Due to its unreliable tracking system, the U.S. Postal Service (USPS) may be delivering your mail even more slowly than it has claimed, according to the Government Accountability Office (GAO).
After increasing its own long-time 2-day delivery standard for First-Class mail to 3-days in January, 2015, the cash-starved USPS proceeded to close or consolidate 82 mail processing plants nationwide over the objections of all 50 U.S. Senators.
See: Why for Mail Delivery 'Slow' is the New 'Normal'
The effects of those actions revealed themselves in August 2015, when a federal inspector general notified the USPS that the number of First-Class letters being delivered at least a day late had increased by 48% in the first 6 months of 2015 alone.
Mail May be Even Slower, GAO Finds
But lowered standards or not, the GAO's investigators reported that the Postal Service's system for tracking and reporting delivery time is too incomplete and unreliable to determine how late the mail really is being delivered.
According to GAO auditors, the reports created by the USPS's mail delivery tracking system “do not include sufficient analysis to hold USPS accountable for meeting its statutory mission to provide service in all areas of the nation.”
In fact, the GAO found that the USPS' system tracks the delivery times of only 55% of First-Class mail, Standard-Class mail, periodicals, and packages. Delivery times of mail without tracking barcodes are not reported.
“Incomplete measurement poses the risk that measures of on-time performance are not representative, since performance may differ for mail included in the measurement, from mail that is not,” stated the GAO. “Complete performance information enables effective management, oversight, and accountability.”
In other words, the USPS doesn't know exactly how slow its mail delivery service has become.
Spreading the Blame
The GAO also placed some blame on the Postal Regulatory Commission (PRC), the presidentially appointed body responsible for overseeing Postal Service operations.
Specifically the GAO criticized the PRC for failing to determine why the USPS's delivery time tracking data are not complete and dependable. “While PRC's annual reports have provided data on the amount of mail included in measurement, they have not fully assessed why this measurement was incomplete or whether USPS actions will make it so,” GAO investigators wrote.
While the PRC has the power to direct the USPS to improve its delivery time tracking system, it has so far failed to do so, noted the GAO.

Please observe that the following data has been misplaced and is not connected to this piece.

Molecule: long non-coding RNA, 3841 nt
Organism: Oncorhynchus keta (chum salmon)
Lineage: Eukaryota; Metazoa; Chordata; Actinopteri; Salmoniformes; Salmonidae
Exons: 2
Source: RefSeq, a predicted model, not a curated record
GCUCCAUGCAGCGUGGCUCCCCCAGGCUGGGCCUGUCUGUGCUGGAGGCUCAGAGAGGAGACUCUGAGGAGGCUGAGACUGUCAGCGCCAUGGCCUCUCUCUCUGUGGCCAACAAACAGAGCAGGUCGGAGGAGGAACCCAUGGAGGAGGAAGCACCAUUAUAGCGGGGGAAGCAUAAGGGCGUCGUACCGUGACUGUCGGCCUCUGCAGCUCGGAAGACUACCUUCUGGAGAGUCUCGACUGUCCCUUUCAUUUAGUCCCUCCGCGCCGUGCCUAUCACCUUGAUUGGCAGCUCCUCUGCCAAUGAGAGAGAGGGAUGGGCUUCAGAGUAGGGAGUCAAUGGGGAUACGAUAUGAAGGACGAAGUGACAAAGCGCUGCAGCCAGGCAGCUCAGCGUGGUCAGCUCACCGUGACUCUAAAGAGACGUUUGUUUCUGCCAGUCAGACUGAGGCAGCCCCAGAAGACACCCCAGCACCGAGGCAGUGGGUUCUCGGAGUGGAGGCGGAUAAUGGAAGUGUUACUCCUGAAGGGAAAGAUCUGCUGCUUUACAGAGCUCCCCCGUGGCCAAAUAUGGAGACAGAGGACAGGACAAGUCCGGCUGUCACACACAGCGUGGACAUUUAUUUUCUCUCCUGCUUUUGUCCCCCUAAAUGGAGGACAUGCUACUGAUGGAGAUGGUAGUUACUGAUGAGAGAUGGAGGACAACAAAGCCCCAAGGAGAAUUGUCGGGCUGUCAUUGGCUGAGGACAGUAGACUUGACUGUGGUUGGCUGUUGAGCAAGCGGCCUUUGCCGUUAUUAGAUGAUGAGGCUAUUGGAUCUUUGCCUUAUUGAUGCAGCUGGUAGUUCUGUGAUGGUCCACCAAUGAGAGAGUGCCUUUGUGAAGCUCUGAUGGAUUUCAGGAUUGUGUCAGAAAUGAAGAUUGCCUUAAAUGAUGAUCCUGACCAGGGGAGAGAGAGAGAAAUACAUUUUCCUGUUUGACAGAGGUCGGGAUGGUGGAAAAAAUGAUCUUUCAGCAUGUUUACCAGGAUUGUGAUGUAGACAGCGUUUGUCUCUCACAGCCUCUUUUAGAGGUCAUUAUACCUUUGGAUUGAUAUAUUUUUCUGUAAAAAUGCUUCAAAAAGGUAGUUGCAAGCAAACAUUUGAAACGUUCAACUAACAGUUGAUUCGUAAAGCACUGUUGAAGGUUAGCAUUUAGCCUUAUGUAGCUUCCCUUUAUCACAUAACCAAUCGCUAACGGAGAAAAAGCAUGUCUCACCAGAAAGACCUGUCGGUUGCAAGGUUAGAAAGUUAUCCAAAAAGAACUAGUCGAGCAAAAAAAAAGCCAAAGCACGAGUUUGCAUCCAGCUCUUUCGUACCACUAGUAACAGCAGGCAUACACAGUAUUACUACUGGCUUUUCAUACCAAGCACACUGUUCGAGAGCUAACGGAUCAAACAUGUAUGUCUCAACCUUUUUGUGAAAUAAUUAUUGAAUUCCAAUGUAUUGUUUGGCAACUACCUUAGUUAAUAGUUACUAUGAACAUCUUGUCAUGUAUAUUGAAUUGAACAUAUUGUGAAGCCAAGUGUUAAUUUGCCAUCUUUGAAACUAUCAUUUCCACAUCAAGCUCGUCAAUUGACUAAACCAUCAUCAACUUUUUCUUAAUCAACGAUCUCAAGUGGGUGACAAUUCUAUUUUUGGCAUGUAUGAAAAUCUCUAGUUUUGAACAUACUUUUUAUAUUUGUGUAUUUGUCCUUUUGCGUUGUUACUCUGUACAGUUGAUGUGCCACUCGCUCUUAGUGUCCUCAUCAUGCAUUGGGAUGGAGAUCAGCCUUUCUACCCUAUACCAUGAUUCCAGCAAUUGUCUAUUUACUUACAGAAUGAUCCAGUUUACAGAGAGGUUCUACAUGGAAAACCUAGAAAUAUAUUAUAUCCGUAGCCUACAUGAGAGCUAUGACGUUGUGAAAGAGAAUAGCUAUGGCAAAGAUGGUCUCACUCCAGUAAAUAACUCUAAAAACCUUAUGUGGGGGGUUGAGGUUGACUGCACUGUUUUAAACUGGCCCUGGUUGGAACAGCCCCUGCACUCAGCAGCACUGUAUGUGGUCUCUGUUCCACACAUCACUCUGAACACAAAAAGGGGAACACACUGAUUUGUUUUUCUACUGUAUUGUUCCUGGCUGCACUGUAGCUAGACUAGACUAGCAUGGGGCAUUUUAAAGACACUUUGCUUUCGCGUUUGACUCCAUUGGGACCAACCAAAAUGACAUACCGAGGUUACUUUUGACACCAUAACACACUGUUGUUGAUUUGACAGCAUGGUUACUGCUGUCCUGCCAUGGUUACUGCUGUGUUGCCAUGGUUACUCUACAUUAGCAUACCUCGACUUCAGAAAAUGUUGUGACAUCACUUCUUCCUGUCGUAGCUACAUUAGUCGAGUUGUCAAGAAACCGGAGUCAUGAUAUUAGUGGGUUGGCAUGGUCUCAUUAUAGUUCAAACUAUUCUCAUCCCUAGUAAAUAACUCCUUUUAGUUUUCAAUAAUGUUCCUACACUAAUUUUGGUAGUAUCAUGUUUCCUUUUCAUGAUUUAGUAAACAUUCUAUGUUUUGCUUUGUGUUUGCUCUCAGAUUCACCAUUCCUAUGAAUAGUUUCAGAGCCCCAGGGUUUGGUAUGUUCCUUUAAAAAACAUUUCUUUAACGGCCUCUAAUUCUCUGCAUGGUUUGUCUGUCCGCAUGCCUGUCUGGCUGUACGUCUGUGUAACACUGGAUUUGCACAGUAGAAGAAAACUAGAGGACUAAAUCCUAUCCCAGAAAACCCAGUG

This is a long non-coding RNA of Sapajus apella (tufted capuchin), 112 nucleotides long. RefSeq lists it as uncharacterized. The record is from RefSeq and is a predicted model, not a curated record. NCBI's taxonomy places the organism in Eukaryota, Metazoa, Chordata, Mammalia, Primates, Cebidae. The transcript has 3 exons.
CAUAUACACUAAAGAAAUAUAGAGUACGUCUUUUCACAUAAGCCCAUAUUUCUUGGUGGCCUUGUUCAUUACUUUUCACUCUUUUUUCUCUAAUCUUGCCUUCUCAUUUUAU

Meanwhile, in Rural America
The GAO also pointed out that the USPS is not required to - and so does not - track or report delivery time data for mail sent to rural addresses.
While several members of Congress have pressured the USPS to study and report on its rural delivery performance, postal officials have stated that doing so would be too costly. However, as the GAO pointed out, the USPS has never provided Congress with cost estimates to prove it. “Such cost information would be useful for Congress to assess whether developing this information would be appropriate,” wrote the GAO.
In 2011, the PRC criticized the USPS for failing to adequately consider the impact of its still on-hold plan to end Saturday mail delivery on rural America.
“As my colleagues and I have heard… mail service across the country, particularly in rural communities, is suffering,” said U.S. Senator Tom Carper (D-Delaware) chairman of the Senate committee that oversees the USPS in a statement on the GAO report.
“To fix these service problems, we need to figure out their root causes,” Carper continued. “Unfortunately, the GAO found the delivery performance results that the Postal Service and Postal Regulatory Commission provide do not give Congress or postal customers an accurate assessment of service.”
What the GAO Recommended
The GAO suggested that Congress “direct” the USPS to provide reliable estimates of its costs to report on mail delivery performance in rural areas. The GAO also called on the USPS and PRC to improve the “completeness, analysis, and transparency” of its mail delivery performance reports.
While the USPS generally agreed with the GAO's recommendations, it also noted that it “strongly disagrees with the conclusion that our current service performance measurement is not accurate.” So, like your mail, don't expect the results to be delivered anytime soon.